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Like bees to Honeysett

January 25, 2016 in General

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Words and pictures by Kasia Kowalska
The first anniversary of Martin Honeysett’s untimely death on 21 January 2015 was marked at The Cartoon Museum in Little Russell Street with the opening of a retrospective exhibition of his cartoons and illustrations.
It opened to a full house, attended by the family, friends and admirers of the great artist and over 30 fellow cartoonists, including PCO members John Jensen, Martin Rowson, Cathy Simpson, Simon Ellinas, Dave Brown, Jeremy Banx, Rupert Besley, Andy Davey, Royston Robertson and Glenn Marshall.
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The exhibition, “A Taste Of Honeysett”, presents the much-missed man as the cartoonist’s cartoonist. People in the cartooning community often refer to him as a giant of British cartooning. He is fondly remembered for his unique, spidery line and dark, acerbic wit which has entertained many for over forty years.
Martin Honeysett contributed to a great many publications during his long career including Punch, The New Statesman, The Sunday Telegraph, The Observer, The Radio Times and, of course, Private Eye and The Oldie.
And so it was that the exhibition was opened by the co-founder of Private Eye and former editor of The Oldie, Richard Ingrams, who delivered a deeply touching speech about the cartoonist. He recalled an often-quoted anecdote that when asked why he drew his characters in such an unflattering way, Honeysett replied: “But that’s exactly the way they look!”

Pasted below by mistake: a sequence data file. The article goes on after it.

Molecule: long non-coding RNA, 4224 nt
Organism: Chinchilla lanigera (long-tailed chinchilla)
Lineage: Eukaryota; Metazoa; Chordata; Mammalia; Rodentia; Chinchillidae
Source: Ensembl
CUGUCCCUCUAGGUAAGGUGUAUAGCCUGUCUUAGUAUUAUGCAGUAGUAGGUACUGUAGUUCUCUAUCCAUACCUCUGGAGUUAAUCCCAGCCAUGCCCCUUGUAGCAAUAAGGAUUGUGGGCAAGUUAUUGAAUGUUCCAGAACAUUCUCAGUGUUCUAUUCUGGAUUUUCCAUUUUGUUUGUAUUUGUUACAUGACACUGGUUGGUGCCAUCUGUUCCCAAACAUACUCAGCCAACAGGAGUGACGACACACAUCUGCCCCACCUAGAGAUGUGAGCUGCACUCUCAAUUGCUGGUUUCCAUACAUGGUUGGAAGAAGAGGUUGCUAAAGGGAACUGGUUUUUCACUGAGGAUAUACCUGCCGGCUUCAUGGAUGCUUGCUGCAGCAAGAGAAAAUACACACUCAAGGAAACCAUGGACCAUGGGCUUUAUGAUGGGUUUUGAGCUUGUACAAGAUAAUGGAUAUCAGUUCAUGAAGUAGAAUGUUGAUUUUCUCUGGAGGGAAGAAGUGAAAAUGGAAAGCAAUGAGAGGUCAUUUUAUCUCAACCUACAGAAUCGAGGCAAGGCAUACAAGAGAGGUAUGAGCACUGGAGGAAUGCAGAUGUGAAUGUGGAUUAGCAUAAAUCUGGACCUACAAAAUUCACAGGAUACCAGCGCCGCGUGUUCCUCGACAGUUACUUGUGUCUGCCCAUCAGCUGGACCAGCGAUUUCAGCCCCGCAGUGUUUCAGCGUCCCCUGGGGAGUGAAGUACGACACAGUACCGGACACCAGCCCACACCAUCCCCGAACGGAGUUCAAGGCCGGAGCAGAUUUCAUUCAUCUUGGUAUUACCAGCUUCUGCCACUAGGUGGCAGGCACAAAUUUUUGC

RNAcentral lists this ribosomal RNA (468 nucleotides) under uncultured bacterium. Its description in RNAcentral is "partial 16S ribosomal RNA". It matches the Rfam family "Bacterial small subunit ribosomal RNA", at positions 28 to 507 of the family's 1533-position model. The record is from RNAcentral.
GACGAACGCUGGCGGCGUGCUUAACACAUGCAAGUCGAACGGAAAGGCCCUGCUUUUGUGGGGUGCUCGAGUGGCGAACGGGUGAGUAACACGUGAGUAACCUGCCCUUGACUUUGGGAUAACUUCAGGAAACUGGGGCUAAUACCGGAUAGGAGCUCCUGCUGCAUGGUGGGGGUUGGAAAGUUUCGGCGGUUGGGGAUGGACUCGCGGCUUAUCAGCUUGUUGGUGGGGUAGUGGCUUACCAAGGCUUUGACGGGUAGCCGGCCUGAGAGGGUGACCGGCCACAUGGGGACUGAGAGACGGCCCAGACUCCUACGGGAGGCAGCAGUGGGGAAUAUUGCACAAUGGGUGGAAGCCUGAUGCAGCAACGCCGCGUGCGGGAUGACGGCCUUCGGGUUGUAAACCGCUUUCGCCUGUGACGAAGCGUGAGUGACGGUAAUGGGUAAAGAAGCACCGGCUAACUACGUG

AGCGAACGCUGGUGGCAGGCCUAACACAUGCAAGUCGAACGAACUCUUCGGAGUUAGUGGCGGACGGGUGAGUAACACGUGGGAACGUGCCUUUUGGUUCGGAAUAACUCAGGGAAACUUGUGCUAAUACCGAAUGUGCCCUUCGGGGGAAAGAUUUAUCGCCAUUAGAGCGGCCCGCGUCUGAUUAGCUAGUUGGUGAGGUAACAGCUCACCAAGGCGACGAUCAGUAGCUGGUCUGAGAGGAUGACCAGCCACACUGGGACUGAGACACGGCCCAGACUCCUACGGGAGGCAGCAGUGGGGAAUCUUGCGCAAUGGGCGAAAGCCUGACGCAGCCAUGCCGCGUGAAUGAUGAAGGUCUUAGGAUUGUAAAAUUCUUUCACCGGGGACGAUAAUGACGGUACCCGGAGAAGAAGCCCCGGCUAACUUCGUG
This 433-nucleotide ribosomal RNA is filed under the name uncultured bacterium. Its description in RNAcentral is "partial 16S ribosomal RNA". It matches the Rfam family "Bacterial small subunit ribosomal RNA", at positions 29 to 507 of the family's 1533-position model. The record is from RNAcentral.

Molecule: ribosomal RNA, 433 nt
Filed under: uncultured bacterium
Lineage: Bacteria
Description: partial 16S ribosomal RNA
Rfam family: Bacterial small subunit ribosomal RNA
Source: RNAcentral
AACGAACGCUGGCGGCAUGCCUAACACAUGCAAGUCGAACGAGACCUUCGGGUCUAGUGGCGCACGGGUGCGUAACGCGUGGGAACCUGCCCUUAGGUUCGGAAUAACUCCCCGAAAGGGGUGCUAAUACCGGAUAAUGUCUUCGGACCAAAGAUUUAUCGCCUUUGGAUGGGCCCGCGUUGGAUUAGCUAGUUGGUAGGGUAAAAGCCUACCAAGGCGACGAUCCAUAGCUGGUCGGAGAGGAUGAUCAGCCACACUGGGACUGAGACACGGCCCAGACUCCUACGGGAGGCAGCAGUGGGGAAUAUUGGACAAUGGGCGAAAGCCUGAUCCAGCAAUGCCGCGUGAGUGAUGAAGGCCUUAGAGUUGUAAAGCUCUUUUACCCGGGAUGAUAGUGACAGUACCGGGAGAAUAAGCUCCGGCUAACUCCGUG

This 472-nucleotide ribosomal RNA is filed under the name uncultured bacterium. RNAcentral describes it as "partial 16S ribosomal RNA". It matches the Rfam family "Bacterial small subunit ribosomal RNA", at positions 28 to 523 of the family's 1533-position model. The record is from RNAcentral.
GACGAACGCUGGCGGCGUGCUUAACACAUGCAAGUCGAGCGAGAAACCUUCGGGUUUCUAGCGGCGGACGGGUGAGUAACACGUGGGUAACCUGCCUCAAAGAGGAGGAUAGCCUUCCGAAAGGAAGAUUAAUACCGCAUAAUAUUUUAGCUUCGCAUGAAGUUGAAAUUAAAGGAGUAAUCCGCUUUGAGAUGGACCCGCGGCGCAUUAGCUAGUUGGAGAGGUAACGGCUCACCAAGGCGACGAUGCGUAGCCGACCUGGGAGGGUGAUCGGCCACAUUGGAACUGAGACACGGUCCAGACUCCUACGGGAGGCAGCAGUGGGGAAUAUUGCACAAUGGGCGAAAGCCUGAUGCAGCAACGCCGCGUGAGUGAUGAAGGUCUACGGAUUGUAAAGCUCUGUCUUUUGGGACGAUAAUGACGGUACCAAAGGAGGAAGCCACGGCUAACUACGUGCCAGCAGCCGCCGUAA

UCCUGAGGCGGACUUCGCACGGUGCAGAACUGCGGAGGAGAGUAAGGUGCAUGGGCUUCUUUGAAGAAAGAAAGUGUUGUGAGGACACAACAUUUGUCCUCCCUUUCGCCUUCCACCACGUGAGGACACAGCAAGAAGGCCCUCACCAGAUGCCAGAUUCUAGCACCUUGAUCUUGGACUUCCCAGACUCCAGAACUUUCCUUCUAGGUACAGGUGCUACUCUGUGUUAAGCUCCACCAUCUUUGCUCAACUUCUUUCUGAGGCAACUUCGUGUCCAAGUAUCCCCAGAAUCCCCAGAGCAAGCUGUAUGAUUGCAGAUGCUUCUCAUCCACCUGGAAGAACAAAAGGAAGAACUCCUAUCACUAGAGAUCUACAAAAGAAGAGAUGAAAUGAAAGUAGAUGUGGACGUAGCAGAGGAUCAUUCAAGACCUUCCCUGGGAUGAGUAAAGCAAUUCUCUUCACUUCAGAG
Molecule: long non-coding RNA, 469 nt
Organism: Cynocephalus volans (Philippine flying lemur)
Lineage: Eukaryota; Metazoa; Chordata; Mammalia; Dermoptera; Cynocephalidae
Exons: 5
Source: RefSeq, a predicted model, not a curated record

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The exhibition was also attended by Michael Palin for whom Martin Honeysett illustrated Bert Fegg’s Nasty Book for Boys and Girls
and Dr. Fegg’s Encyclopaedia of All World Knowledge. He recalled how Terry Jones came across the cartoonist at a Punch party and
was very excited about getting him involved in the project. The only thing was, Honeysett never met the Python at the party. In fact, Terry Jones met a complely different cartoonist whose name remains a mystery…
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The exhibition runs from 20th January to 16th April 2016. There is an accompanying catalogue (with contributions by Ian Hislop and Richard Ingrams) available from The Cartoon Museum Shop.

6 responses to Like bees to Honeysett

  1. I was there too, I think I’m the third leg from the left on the family photo.

    It really is a fantastic exhibition, though it was so packed you had to play some sort of contortionist game of twister to see the drawings.
    I hadn’t realised the breadth of Martin’s work, definitely planning to go back for a more leisurely viewing.

  2. Apologies, Glenn. Your name has been added to the list.

  3. Hey, no problem. You weren’t to know about my stealth appearance.


    PS For those who can’t get to the exhibition the catalogue is well worth getting hold of.
  4. Who’s this Beasley bloke ?

  5. The interloper has been dealt with, Bill.

  6. A Harry Potter-ish type, was he ?

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